Georgia Tech’s improvement could be a breakthrough

Jordan Mason #27 of the Georgia Tech Yellow Jackets runs with the ball against the Miami Hurricanes during the first half at Hard Rock Stadium on October 19, 2019 in Miami, Florida. (Photo by Michael Reaves/Getty Images)

Credit: Michael Reaves

Credit: Michael Reaves

Georgia Tech defensive tackle Ja’Quon Griffin’s performance against Miami on Saturday delighted his position coach, Larry Knight. Earlier in the season, Griffin had a smaller role on the defense and didn’t even get into the South Florida game.

But Griffin followed Knight’s instructions on how to improve to get more playing time, and his role increased. Against Miami, Griffin recovered a fumble in the end zone for Tech’s first touchdown and later pulled down quarterback N’Kosi Perry for his first career sack.

“So he’s playing a lot more and doing a lot of positive things on the field,” Knight said. “So, yeah, we’re definitely happy about it.”

The progress made by players like Griffin, a redshirt freshman, has encouraged Knight and formed the basis of his hope for Tech’s final five games of the regular season, and Knight is not alone in his optimism. The combination of Tech’s win over Miami, the open date to recuperate and prepare for Pittsburgh and the general progress made by players has provided a shot of morale for coach Geoff Collins’ team.

“I think we’re just growing globally, on defense and offense and special teams,” tight ends coach Chris Wiesehan said. “It’s just one day at a time.”

As an example, Tech’s run game showed progress against Miami, piling up 207 yards against a Hurricanes defense that had held five of its first six opponents under 100 rushing yards and allowed 153 in the sixth.

Led by running back Jordan Mason, Tech ran inside, outside, on options and with quarterback James Graham. It wasn’t perfect, but it was also the Jackets’ second consecutive game in which their rushing total was the opponent’s season high, following their 173-yard game against Duke.

“When you can enforce your will in the run game, like our line did and like the tight ends and everybody together with the running backs, you need to do those things,” Wiesehan said.

Wiesehan attributed some of the progress to the high volume of repetitions that players have accumulated in Tech’s fast-tempo practices.

“I think there’s clarity in repetition,” Wiesehan said. “And the more reps you get and the more you own those reps and understand those reps and understand the why of a play and what the defense is trying to do to defend it, that (clarity has) grown.”

On defense, Tech’s three sacks were the most against an ACC opponent since it had four against Duke last year in the seventh game of the season.

Knight saw that his defensive tackles were continuing to improve at how they used their hands in pass rush and keeping their eyes trained on their keys and not letting them wander to watch the quarterbacks.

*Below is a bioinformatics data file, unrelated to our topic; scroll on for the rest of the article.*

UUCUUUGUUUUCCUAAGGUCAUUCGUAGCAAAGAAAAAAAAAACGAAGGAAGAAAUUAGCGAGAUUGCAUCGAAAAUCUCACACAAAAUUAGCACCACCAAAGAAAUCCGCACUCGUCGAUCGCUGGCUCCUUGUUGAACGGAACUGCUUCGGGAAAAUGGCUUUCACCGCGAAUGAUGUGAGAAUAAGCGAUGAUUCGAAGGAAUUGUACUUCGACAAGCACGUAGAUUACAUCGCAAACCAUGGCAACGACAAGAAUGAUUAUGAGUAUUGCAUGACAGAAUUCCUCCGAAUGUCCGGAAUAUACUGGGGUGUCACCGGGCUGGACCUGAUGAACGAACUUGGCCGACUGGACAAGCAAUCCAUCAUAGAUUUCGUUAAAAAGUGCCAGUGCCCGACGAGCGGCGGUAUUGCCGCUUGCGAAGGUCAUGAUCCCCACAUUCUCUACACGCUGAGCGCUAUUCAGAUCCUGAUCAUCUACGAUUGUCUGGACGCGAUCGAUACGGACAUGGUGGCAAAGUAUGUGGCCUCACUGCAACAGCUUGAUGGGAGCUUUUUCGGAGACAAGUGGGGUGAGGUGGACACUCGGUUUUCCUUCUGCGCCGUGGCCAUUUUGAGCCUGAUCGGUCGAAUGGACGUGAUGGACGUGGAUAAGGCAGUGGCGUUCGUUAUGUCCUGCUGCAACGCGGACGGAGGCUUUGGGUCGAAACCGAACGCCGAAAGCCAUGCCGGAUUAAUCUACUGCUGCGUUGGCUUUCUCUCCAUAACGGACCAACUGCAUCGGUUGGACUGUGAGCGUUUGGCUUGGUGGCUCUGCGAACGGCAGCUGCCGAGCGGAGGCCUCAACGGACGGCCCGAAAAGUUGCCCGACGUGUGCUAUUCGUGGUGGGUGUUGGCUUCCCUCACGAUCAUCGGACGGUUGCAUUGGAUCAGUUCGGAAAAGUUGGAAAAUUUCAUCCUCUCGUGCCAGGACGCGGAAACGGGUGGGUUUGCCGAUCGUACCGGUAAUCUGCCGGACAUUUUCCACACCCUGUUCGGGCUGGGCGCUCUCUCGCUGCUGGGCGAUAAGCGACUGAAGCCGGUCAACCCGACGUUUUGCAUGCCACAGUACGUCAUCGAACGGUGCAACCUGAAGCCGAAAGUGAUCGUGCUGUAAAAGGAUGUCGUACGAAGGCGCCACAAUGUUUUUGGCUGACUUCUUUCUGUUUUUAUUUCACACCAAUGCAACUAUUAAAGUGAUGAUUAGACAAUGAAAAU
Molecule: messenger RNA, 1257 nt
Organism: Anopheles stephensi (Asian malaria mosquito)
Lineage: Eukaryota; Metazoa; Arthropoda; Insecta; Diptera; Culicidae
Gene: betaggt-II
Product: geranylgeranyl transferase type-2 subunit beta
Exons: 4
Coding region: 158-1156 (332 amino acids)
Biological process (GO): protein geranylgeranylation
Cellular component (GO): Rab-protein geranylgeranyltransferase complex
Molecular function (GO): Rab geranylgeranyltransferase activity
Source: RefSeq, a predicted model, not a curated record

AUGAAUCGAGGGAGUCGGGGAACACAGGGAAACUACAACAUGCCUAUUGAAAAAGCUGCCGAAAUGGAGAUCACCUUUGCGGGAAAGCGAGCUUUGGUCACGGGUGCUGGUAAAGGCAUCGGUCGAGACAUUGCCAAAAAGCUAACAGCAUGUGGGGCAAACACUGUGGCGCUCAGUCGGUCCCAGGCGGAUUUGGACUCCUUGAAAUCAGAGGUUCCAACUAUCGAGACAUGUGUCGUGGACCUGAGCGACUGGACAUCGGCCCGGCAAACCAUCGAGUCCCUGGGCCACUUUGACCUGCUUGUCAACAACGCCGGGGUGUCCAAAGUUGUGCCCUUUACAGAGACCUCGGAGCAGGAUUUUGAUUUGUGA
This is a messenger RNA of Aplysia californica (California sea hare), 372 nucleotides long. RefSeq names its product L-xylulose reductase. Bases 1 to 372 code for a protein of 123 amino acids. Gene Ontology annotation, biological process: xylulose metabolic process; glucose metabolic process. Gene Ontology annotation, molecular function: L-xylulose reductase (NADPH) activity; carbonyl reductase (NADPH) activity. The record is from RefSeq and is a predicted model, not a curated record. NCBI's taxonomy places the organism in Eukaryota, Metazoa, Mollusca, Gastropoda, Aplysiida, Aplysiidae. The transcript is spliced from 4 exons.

“It takes awhile to break (that habit),” Knight said. “I’m used to it. I did the same thing. I didn’t break it until my senior year. And they’re doing it a lot faster than I did. It’s good.”

The Miami game was a breakthrough for Knight’s unit in seeing results from their work. Knight compared it with a dieter not losing weight, but resolving to stick with the plan until finally the pounds come off. Knight said he and other coaches have preached to players to stay the course.

“We never said it was going to be easy, we never said it was going to happen fast or right away,” Knight said. “Just keep it up and then, all of the sudden, boom, they see everything we’re preaching.”

Speaking Wednesday, Knight said that he was offering his players encouragement about their progress.

“I said, ‘If y’all cut on y’all’s spring (practice) film, y’all would throw up after watching yourselves now,’” Knight said. “That’s how much improvement happens, and they care so much. Every week, I don’t care what you say – offense, defense, special teams – if you watch us, we’ve gotten better every single week. And that’s exciting.”

Tech has now blocked a punt and a field-goal try in the past two games after none in the first five. Temple blocked five kicks last season, tied for fifth nationally.

“They get so tired of field-goal block (training),” Knight said. “They hate it. And then all of a sudden, you block one.”

In Collins’ first season at Temple, the Owls started 3-5 before finishing 4-1. Last season, Temple lost its first two games and then won eight of its last 10 regular-season games.

Knight was confident of continued improvement from his group, which could have a ripple effect.

“I try to tell them, ‘Hey, it starts with us, and then it permeates through the rest of the defense,” Knight said. “And if everybody is playing disciplined and on one page, we’ll make some good stuff happen.”

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